01 FEB 2008
Spreading the Norwegian roots
This was extremely far-sighted since, by April 1976, 32 per cent of the Norwegian fleet was idle, as the world shipping crisis made its presence felt. It was a drive for international business that saved the day as the decline in Norwegian tonnage to 1.9 million GT in 1978 was more than balanced by new international members.
With a growing foreign membership, Gard became more international in its communications. In 1973 Herlofson stopped the presses on the in-house information leaflet Medlemsblad and in 1976 re-launched it in English as Gard News. It was also essential that foreign members became more involved at a leadership level. The statutes were amended in February 1978 to create what became known as the Committee, and in June 1978 the Committee met for the first time, in English. Elected at the annual general meeting, the Committee was given the highest authority, sitting directly above the board, which was slimmed to six members and re-named the Executive Committee.
Spanning the globe
Following the grant of a licence in Japan, Gard P&I Japan and Far East was opened in Tokyo 1991. In 1996 Gard established its Gothenburg office to service customers in Sweden and in 1997 Gard set up an office in Hong Kong, establishing a base to handle P&I claims for members in Asia. A branch office in Helsinki was established in 2003 through the purchase of Baltic Protection, to be responsible for underwriting and claims handling services in Finland and the Baltic states. 2006 saw Gard purchase Trimar Defense Services in New York, which had handled Gard P&I claims in North America for several decades.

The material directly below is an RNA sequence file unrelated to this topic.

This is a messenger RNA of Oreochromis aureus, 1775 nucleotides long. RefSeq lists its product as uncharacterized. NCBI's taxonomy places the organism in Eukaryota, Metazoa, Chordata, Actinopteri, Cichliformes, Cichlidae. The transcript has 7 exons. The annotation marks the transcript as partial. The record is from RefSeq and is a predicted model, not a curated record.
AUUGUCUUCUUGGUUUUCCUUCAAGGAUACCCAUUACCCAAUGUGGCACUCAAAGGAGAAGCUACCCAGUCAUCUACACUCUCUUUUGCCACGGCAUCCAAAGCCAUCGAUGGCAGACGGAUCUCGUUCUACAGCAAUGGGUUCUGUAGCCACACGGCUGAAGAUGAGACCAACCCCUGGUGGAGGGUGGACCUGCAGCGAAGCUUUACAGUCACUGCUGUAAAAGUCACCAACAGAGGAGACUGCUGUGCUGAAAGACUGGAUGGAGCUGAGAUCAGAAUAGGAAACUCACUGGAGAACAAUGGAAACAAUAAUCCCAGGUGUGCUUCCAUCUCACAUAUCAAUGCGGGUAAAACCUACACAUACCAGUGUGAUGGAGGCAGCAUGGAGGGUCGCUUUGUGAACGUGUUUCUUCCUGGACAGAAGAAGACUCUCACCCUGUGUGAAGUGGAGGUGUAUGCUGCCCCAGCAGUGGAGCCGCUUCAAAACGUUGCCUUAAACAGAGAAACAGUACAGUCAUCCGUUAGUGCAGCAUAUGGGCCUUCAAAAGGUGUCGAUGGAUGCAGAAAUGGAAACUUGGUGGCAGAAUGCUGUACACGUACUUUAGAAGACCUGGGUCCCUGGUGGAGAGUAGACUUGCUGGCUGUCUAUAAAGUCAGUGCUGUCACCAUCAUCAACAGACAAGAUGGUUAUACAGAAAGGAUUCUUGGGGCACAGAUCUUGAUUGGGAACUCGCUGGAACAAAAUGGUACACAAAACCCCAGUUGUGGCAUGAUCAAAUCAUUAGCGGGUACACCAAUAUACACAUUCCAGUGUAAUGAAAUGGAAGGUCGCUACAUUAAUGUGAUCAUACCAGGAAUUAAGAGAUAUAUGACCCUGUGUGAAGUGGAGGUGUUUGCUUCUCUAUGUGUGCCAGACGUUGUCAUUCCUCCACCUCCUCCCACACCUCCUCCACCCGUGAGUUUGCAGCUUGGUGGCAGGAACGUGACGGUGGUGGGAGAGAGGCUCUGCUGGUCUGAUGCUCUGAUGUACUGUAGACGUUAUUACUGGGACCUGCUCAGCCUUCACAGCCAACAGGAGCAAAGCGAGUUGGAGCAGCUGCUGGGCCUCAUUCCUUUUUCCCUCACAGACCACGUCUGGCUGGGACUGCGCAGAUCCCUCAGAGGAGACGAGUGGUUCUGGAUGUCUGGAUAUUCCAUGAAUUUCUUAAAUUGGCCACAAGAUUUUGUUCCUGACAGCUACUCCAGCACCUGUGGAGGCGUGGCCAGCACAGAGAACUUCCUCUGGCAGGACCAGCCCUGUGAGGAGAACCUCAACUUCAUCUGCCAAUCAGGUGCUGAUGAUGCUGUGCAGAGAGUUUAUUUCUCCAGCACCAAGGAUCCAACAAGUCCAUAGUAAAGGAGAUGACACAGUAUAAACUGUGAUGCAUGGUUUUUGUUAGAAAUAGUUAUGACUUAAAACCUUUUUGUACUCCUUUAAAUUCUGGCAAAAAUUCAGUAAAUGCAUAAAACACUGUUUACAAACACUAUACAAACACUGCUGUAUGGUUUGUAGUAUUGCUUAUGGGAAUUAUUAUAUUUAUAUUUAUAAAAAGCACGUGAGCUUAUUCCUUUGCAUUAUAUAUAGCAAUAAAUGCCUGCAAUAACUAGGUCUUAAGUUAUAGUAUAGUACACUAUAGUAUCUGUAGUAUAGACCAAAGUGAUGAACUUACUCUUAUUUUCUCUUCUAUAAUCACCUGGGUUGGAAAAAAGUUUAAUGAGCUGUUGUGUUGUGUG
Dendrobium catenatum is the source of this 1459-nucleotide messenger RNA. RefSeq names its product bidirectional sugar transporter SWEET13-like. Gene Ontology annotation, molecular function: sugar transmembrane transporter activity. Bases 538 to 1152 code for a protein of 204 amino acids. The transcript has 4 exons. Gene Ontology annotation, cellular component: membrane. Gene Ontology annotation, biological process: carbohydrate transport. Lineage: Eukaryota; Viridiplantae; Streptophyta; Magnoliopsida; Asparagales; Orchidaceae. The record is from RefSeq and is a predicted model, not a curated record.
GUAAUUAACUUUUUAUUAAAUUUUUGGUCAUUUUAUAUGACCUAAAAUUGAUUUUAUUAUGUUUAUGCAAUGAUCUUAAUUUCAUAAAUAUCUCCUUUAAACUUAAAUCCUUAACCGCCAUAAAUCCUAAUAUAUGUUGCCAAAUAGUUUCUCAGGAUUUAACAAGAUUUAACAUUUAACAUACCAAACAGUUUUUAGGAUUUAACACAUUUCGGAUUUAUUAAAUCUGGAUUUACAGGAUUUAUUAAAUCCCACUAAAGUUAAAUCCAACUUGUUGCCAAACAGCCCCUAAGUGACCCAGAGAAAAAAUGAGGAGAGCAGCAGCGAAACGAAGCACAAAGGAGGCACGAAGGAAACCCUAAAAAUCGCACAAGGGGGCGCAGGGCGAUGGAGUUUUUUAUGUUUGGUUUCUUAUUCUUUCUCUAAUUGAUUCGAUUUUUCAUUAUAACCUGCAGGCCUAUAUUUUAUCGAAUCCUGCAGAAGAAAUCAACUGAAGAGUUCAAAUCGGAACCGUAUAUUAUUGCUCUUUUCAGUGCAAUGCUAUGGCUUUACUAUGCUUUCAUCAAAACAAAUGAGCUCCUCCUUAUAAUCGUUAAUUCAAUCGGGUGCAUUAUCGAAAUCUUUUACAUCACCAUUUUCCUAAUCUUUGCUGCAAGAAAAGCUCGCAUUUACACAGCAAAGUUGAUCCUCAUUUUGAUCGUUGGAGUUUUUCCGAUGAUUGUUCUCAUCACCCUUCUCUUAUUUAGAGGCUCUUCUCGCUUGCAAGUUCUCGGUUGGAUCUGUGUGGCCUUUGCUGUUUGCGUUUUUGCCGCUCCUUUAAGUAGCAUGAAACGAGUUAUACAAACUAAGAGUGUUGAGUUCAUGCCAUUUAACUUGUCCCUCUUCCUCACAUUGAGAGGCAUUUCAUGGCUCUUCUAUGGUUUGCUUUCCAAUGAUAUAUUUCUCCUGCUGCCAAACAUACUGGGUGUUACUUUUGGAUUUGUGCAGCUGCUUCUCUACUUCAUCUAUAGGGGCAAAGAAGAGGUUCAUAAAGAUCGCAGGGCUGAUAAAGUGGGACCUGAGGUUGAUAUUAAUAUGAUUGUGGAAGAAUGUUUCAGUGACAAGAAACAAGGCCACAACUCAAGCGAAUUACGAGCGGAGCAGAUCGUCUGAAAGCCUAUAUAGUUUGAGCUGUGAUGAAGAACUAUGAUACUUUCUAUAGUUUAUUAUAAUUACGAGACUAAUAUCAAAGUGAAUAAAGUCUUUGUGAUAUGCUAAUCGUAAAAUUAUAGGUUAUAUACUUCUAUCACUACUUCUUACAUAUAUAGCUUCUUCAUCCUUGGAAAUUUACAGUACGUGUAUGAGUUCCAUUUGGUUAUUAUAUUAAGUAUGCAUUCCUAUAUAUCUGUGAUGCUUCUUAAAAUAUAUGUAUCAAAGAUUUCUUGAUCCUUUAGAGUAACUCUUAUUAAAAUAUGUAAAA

Gard’s focus on the offshore market continued unabated. P&I cover for mobile offshore units (MOUs) and other liability covers for members in this market had been an area of growth and emphasis for the organisation for a number of years. In 2005 Skuld withdrew their P&I cover for MOUs, a business it had underwritten jointly with Gard for 32 years and which had become a market leader. It was a natural development for Gard to offer continuity of cover and service by renewing cover for all Skuld’s MOU members, as if the entries had been continuously with Gard.
Covering more ground
Gard has always responded to clients' changing needs through innovative product development, starting in 1977 with the introduction of the Defence Cover as a supplement to P&I. As well as covers tailor-made to suit the requirements of individual operators, Gard is well known for its many additional covers. The Comprehensive Charterers' Cover and the Comprehensive Carriers' Cover have been continually updated and refined, and the trend for product innovation has continued to the present day with the introduction of P&I cover for supply vessels, specialist craft and divers, as well as a combined P&I and hull and machinery cover for small craft.
When Bernander took over as managing director in 1995, a careful examination of Gard’s position raised questions about the future direction of the club. The entered tonnage was stagnating and claims were rising. A report to the Committee in October 1998 described a sea change in the conditions of the P&I industry. The traditional distinction between banking and insurance was breaking down and the Nordic financial market was consolidating.